1. Self confidence is not quite the same thing as self esteem. And I’d say at least half the boys in public schools lack self confidence.

            1. Don’t forget the War On Boys. Christina Hoff Summers. A lot of this is due to wanting sheeple and 3d wave feminists hatred of men.

        2. Self esteem means nothing if you are given it. You must earn it. Self esteem comes from doing one or more things good or great; a good job done right & you know it is right, not “just good enough” or “good try”. Even, especially, if no one else knows what you did.

          1. I generally agree, but as I said, I think it works differently for infants. A year or so of being the most precious thing in the world to someone seems to help get a better start.

            1. Agree with infants & toddlers. But at some point kids have to learn, yes I will always love you, but I won’t always like your actions & actions have consequences.

              1. “Kid, I love you.  Because I love you, see the best in you, want the best for you, I don’t ever want to see you hurt others or yourself.  Don’t do x, y, or z.”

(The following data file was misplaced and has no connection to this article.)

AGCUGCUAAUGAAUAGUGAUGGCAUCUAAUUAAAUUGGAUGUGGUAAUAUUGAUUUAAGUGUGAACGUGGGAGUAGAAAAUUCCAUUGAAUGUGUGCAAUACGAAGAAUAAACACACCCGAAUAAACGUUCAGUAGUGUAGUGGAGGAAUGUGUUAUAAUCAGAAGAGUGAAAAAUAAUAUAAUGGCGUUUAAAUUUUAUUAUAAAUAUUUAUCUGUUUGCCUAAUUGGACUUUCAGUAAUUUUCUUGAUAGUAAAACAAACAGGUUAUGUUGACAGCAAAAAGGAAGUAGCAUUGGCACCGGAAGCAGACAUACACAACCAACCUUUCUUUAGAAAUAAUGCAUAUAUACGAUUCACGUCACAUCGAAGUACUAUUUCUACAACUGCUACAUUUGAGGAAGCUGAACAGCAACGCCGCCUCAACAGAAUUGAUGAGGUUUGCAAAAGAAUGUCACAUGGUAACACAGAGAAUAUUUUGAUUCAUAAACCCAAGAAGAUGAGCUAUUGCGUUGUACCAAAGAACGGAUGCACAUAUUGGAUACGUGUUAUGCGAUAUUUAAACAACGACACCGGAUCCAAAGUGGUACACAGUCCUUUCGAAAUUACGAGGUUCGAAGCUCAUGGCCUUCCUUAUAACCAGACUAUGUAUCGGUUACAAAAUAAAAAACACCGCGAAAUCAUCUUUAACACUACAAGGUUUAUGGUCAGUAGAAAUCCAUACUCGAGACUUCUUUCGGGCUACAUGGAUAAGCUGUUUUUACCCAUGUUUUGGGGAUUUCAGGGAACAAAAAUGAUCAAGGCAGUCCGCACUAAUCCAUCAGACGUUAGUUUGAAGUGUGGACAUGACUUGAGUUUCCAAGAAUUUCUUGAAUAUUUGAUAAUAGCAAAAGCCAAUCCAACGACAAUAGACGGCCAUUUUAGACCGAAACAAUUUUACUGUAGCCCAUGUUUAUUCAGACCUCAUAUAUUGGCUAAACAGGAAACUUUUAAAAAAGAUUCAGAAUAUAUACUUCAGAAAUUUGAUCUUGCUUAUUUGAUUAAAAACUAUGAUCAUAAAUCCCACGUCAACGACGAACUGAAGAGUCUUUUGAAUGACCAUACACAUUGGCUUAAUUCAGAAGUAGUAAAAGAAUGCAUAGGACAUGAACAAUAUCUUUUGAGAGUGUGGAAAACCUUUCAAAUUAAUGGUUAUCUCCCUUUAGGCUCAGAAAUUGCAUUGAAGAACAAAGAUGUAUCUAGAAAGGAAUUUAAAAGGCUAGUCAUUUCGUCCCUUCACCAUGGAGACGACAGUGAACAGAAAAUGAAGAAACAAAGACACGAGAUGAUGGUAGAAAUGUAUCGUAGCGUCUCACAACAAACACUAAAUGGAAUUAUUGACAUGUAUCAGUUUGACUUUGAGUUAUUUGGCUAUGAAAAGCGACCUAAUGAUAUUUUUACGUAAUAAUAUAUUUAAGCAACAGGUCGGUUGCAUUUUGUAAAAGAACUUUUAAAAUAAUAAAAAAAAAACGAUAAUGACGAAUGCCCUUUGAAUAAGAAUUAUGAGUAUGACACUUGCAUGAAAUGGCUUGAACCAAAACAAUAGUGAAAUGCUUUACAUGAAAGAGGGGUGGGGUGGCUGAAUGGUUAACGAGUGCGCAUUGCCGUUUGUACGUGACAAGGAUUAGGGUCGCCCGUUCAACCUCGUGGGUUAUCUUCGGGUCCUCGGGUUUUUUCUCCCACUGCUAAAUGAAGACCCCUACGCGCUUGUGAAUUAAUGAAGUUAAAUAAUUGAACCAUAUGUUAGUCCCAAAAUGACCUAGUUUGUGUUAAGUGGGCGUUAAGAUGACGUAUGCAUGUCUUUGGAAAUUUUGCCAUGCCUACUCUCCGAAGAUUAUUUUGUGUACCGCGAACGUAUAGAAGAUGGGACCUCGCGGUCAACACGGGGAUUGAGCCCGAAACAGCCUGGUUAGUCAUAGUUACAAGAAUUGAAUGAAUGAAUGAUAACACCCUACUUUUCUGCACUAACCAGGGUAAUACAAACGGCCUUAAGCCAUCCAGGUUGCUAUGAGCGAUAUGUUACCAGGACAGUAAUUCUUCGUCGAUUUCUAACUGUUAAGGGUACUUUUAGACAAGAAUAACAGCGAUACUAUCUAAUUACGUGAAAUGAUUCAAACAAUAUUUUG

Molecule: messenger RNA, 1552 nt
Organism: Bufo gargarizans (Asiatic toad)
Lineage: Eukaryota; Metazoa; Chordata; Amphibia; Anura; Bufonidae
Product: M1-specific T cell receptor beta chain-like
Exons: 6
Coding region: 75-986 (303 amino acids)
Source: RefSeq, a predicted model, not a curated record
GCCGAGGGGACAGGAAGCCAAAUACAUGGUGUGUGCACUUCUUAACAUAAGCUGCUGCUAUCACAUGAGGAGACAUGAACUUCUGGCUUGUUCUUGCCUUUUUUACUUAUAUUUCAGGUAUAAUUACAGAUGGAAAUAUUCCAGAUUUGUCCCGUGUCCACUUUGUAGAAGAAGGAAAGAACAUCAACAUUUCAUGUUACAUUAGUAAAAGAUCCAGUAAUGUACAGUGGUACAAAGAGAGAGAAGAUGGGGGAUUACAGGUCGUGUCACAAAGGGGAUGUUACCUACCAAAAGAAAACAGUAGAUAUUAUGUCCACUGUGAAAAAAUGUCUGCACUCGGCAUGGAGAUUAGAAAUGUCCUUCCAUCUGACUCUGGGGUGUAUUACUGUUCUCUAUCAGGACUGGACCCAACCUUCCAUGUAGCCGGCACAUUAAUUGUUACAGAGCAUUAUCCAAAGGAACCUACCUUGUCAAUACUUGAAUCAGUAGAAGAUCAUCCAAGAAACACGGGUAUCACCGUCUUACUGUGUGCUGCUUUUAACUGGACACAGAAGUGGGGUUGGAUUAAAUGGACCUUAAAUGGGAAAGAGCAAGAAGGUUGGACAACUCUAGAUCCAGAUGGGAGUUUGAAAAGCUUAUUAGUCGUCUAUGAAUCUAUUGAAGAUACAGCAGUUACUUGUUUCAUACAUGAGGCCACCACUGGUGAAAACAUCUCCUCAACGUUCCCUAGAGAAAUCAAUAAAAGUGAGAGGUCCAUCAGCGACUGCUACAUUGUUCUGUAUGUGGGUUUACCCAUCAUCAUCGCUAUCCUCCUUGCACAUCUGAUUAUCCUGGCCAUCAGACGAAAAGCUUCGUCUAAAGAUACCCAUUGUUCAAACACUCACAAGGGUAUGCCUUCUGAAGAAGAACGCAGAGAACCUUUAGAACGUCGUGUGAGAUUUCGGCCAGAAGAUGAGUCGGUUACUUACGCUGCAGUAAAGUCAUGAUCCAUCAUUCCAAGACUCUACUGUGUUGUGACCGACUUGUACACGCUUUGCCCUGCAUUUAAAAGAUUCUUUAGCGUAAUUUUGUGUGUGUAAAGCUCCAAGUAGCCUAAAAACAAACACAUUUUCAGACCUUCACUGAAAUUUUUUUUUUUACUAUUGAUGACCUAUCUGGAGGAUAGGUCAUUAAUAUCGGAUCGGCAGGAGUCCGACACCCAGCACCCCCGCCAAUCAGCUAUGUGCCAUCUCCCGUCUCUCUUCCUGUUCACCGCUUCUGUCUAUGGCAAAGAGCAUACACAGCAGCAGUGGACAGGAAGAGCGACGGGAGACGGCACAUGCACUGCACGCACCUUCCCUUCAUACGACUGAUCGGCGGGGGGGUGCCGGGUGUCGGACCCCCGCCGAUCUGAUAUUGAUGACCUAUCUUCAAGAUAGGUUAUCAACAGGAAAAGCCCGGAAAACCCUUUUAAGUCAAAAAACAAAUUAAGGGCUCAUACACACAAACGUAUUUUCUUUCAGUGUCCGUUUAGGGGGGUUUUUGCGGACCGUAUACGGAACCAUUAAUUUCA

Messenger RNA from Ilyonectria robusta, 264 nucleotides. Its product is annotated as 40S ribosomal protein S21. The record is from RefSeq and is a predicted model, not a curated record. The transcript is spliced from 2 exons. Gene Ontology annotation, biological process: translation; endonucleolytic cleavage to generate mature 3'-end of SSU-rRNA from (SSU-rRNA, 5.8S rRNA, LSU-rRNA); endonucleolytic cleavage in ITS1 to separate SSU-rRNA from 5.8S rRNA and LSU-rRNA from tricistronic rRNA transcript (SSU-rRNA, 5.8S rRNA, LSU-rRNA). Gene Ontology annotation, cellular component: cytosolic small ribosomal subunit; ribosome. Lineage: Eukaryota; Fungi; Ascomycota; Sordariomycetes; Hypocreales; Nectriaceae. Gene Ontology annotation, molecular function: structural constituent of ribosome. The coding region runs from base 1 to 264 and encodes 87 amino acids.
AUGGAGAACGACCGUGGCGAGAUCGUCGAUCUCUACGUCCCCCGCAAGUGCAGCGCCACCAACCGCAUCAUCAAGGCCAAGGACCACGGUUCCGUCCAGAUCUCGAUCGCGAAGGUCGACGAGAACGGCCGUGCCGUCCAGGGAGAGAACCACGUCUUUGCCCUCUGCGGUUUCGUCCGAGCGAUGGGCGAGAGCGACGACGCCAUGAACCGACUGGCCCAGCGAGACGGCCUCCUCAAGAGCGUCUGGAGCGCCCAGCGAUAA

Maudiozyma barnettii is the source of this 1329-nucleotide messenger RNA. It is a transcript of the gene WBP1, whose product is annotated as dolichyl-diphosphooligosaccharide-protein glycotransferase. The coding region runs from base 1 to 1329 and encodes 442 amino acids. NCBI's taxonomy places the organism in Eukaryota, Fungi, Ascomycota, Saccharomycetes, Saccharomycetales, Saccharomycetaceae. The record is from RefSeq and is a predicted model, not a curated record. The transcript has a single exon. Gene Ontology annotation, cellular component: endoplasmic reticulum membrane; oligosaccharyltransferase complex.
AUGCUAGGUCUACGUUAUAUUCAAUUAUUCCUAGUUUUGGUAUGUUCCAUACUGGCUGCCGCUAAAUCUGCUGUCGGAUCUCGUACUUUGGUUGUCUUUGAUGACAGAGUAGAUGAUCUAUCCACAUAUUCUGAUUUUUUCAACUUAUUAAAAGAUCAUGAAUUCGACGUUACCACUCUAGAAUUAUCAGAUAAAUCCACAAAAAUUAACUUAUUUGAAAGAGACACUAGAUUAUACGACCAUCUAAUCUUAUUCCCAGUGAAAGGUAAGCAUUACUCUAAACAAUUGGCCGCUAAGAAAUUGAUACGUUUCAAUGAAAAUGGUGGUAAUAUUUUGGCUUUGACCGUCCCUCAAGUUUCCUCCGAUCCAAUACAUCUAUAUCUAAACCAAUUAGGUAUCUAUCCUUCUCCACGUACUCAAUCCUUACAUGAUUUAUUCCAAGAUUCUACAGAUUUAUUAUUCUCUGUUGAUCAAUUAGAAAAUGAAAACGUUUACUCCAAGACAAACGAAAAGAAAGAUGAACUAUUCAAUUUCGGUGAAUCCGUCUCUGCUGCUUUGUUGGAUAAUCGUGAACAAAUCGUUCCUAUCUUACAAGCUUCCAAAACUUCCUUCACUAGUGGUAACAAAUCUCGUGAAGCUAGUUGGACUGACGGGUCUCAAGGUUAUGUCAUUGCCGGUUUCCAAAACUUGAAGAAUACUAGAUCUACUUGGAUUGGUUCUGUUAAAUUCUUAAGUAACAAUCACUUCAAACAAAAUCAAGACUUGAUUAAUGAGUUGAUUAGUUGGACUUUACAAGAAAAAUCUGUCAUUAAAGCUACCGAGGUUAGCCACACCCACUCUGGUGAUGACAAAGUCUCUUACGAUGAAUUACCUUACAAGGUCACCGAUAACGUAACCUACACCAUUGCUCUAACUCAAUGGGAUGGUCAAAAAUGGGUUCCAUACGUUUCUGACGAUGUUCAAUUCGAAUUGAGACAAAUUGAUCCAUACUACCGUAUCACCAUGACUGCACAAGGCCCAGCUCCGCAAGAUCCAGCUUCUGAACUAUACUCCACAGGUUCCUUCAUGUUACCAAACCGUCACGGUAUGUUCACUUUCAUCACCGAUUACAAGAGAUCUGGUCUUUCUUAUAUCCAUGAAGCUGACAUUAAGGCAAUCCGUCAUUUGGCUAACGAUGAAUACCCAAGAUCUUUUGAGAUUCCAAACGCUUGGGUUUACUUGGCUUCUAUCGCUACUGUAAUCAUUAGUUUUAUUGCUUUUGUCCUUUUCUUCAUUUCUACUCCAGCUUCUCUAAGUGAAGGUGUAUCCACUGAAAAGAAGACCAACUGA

Love no more means accepting everything or anything on the part of the loved one as if good than tolerance requires affirmation.  Those two mistakes presently are running hand in hand, much to the detriment of society.

                1. My grandchild is about to turn one. He has approximately eight adults who think he is the most wonderful child ever and his mother does.not.permit him to pull hair or steal glasses. And he is proud of himself when he sits in his grandfather’s lap and does *not* take his glasses. Self control starts early.

    2. There were some studies done suggesting that the common-among-educators belief that self-esteem was necessary to make sure people lived happy and productive lives was exactly backwards: criminals and other anti-social types tended to have very high self-esteem, believing that they’re so important that other people and their rules just don’t matter. Really, what needs to be done is to build a little more humility into the system.

      1. On the other hand, I’ve seen the destructive effects that chronically low self-esteem can have on people’s behavior. I think this may be one of the cases where Aristotle’s idea that the middle course is best is good advice.